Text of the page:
Although experiments are an essential part of creativity but pure experimentation cannot be called creation. Creation means the appropriate weaving of the threads of tradition and innovation. Technique demarcates the bewildered content and pure form of experiment. The creation is like a strainer which helps the creator to research and discover his lost content, to encounter his deep meanings even if they are left behind in hiss dreams and above all to analyse his situations in a society only too willing to attack the writings not favourable to its taboos and traditions.


Leaving aside the writers attached to the new school of fiction, most of our short story writers are committed to the realist technique. Younas Javaid, Asad Muhammad Khan, Agha Suhail, Mustansar Hussian Tarrar and many others have already acquired the space to "locate possibilities of change remaining within the realist parameters. So far as technique and its impact on creation is concerned, it gives objective shape to the raw material and the importance of its appropriate use in all forms of literature is an accepted truth. It is linked with the means of expression and the writers viewpoint.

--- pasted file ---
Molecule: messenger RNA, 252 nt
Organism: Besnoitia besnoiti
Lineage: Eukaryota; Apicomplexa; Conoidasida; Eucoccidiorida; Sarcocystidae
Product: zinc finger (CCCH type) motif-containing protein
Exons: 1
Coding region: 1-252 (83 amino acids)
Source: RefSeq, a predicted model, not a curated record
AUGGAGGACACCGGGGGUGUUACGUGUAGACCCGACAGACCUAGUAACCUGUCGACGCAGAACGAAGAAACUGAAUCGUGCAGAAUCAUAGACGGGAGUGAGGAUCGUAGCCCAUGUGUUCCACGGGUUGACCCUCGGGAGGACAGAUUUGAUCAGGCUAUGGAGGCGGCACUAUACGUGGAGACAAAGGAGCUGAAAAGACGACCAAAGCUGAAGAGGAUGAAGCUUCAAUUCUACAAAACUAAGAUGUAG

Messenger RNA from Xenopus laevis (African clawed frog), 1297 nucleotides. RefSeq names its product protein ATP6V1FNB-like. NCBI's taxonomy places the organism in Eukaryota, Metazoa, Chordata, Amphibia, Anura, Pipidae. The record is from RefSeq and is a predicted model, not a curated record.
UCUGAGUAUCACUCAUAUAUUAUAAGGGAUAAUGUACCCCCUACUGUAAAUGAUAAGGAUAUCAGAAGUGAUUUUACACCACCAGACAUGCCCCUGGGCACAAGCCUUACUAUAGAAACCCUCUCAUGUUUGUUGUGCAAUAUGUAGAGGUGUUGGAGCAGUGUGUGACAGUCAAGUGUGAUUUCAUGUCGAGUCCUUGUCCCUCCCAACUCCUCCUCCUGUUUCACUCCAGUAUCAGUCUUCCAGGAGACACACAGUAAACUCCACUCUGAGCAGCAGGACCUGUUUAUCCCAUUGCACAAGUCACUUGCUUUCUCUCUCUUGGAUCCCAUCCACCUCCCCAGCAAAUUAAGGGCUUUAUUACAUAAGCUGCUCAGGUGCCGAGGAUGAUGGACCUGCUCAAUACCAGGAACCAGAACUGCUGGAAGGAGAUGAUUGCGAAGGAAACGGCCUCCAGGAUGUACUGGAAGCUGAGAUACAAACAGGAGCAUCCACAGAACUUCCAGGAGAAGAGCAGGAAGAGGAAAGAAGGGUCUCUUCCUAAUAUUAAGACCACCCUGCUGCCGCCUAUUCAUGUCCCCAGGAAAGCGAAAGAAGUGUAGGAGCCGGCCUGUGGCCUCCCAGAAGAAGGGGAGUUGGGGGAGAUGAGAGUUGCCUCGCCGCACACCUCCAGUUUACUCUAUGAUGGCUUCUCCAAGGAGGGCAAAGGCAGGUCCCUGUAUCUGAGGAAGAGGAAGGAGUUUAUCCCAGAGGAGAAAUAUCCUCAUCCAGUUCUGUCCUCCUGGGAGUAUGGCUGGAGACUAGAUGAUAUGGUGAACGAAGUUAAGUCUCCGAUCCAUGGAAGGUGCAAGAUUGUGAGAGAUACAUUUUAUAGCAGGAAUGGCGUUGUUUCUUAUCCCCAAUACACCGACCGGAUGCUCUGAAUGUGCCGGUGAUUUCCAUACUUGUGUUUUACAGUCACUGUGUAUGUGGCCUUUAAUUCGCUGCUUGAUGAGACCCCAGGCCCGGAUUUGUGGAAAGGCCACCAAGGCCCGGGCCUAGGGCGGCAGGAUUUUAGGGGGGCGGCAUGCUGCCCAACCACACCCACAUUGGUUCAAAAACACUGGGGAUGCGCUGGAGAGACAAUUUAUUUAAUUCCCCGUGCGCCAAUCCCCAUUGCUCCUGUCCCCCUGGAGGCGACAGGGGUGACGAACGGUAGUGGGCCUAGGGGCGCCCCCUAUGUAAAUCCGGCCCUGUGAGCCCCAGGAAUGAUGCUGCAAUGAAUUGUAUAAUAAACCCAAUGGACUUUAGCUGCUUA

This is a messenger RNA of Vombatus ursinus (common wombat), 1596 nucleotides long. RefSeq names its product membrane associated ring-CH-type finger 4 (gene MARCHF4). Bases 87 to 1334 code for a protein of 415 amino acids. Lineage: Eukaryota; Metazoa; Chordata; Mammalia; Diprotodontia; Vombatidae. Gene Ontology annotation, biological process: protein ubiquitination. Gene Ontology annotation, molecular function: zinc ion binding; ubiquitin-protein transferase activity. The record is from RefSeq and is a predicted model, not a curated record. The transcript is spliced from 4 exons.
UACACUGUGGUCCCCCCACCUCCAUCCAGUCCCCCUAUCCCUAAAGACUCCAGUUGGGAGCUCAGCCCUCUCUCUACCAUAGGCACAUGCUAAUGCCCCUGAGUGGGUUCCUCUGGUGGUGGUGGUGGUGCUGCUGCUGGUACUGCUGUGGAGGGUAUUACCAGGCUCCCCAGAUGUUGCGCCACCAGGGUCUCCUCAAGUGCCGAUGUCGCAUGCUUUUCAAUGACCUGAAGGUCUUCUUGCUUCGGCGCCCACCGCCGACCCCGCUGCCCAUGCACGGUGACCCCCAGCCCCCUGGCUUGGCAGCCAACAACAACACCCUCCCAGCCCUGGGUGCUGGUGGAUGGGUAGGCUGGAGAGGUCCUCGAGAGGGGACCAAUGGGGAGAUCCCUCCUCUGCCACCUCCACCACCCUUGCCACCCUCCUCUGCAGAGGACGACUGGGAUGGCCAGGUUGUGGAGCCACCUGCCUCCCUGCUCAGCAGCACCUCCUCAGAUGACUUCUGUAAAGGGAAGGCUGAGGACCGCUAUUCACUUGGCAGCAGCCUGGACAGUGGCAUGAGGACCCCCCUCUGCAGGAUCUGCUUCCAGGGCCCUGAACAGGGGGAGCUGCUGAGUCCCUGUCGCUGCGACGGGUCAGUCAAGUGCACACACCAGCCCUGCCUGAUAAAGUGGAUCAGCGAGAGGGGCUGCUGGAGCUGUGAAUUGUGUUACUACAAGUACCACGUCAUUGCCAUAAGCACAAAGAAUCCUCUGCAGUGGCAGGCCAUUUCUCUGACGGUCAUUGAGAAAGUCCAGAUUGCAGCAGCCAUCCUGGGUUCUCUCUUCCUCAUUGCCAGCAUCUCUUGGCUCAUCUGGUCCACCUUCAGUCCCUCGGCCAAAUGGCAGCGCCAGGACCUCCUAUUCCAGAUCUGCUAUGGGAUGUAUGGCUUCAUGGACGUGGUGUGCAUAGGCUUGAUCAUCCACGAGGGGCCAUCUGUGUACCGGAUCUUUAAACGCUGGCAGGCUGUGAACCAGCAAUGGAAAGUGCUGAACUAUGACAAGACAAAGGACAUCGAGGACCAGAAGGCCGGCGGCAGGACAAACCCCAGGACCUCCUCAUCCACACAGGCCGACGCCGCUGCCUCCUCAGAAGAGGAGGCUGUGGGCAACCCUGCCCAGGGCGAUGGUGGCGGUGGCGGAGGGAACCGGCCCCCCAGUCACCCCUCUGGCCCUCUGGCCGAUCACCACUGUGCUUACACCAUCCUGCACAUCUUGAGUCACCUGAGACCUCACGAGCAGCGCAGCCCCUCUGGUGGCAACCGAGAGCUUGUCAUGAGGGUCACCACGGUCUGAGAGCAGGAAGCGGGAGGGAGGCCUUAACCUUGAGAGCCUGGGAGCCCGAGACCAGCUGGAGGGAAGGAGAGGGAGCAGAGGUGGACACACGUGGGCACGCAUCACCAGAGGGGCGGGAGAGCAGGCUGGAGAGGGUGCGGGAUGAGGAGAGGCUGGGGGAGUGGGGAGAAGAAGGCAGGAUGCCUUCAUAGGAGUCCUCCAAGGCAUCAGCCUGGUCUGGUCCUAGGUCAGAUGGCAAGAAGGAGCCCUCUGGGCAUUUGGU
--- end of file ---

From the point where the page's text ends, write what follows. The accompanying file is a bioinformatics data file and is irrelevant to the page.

New realists in Urdu fiction reject the traditional principles of story telling. The old units of time and space have been cast aside by them. Some of these writers even travel through ages and illustrate their objectives with remarkable creative cohesion of time and space. They plod through the history and seek help from myths and tradition to reveal the possibilities of the characters or situations. At times their plots progress in spiral or linear fashion. It goes without saying that short story in Urdu has a valuable treasure of new techniques. Whether Urdu writers succeed in transforming these potentialities into concrete literary productions is the content dormant in the seeds of times.